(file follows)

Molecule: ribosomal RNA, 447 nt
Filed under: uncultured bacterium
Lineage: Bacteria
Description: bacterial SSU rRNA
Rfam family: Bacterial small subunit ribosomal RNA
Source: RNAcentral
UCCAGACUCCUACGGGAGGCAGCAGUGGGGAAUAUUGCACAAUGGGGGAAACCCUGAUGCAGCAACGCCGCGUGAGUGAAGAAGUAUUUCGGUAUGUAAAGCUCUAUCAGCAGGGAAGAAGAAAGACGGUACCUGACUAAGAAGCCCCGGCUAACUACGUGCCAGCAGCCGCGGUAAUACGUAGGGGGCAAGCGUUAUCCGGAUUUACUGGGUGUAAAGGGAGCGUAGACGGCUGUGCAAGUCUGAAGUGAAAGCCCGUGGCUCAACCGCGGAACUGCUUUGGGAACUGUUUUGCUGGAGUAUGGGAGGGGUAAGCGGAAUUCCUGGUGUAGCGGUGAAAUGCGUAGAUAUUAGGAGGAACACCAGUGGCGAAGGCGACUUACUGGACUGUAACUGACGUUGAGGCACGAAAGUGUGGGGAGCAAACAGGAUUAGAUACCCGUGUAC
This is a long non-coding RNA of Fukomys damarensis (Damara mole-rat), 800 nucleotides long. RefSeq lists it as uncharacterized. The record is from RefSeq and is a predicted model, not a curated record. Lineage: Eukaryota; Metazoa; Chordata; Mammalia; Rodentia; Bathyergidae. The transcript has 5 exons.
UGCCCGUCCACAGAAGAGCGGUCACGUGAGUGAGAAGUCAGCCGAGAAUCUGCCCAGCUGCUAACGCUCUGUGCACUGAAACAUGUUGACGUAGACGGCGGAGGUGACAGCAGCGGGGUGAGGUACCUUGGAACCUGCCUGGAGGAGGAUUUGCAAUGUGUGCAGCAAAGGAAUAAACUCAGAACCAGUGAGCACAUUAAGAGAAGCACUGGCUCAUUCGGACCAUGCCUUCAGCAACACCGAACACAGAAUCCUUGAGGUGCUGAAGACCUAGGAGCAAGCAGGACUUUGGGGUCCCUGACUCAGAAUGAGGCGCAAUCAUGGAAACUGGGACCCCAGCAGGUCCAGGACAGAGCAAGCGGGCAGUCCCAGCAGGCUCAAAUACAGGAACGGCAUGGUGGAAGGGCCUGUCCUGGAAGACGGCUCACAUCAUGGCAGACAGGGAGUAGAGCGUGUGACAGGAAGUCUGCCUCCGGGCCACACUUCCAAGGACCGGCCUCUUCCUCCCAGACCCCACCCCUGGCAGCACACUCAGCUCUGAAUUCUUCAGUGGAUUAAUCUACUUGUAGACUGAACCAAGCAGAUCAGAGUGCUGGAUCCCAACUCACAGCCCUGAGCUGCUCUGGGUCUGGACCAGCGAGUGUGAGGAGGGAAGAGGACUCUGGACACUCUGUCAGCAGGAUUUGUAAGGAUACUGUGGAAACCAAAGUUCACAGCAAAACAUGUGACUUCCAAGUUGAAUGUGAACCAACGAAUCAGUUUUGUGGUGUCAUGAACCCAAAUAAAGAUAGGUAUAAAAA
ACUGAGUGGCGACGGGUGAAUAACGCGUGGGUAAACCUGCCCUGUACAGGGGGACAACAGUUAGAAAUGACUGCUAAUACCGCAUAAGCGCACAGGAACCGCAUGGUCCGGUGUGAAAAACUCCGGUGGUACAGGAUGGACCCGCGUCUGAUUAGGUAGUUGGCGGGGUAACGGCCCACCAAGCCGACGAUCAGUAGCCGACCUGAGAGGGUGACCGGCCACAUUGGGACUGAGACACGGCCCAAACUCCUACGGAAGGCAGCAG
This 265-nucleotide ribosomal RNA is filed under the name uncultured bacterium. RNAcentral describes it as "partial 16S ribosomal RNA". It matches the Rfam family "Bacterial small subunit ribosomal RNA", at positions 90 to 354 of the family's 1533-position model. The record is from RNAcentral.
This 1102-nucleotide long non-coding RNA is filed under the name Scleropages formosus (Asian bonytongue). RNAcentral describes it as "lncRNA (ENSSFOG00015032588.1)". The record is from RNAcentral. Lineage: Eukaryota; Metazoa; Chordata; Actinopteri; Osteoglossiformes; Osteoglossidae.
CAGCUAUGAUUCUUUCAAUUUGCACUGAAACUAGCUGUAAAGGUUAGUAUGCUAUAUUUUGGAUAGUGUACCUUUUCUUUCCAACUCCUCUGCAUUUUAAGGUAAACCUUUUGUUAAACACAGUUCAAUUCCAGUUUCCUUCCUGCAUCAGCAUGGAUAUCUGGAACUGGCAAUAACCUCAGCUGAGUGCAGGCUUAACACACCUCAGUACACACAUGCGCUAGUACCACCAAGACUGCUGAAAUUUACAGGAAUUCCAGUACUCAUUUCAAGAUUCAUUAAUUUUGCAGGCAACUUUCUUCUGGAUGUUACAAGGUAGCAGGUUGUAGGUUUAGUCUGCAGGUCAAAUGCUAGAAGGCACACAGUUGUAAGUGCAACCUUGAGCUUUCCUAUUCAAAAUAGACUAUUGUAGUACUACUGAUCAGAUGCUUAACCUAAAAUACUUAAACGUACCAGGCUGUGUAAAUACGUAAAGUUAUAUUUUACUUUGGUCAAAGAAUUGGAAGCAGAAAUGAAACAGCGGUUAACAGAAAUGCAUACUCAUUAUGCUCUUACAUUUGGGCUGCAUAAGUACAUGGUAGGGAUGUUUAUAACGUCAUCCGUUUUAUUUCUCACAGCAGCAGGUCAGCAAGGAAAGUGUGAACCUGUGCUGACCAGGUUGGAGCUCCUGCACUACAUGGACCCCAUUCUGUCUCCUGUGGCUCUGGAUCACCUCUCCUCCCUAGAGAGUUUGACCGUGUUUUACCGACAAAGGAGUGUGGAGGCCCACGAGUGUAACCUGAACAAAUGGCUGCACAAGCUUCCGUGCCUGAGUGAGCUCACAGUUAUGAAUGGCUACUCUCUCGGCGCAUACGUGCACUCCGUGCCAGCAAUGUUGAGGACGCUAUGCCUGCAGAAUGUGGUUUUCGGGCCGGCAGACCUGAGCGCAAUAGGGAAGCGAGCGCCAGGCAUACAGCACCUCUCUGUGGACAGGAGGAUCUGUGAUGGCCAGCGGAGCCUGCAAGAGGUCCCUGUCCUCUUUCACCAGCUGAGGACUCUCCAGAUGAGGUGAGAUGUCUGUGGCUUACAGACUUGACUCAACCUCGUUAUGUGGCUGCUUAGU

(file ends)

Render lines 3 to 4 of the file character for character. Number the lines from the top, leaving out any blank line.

Lineage: Bacteria
Description: bacterial SSU rRNA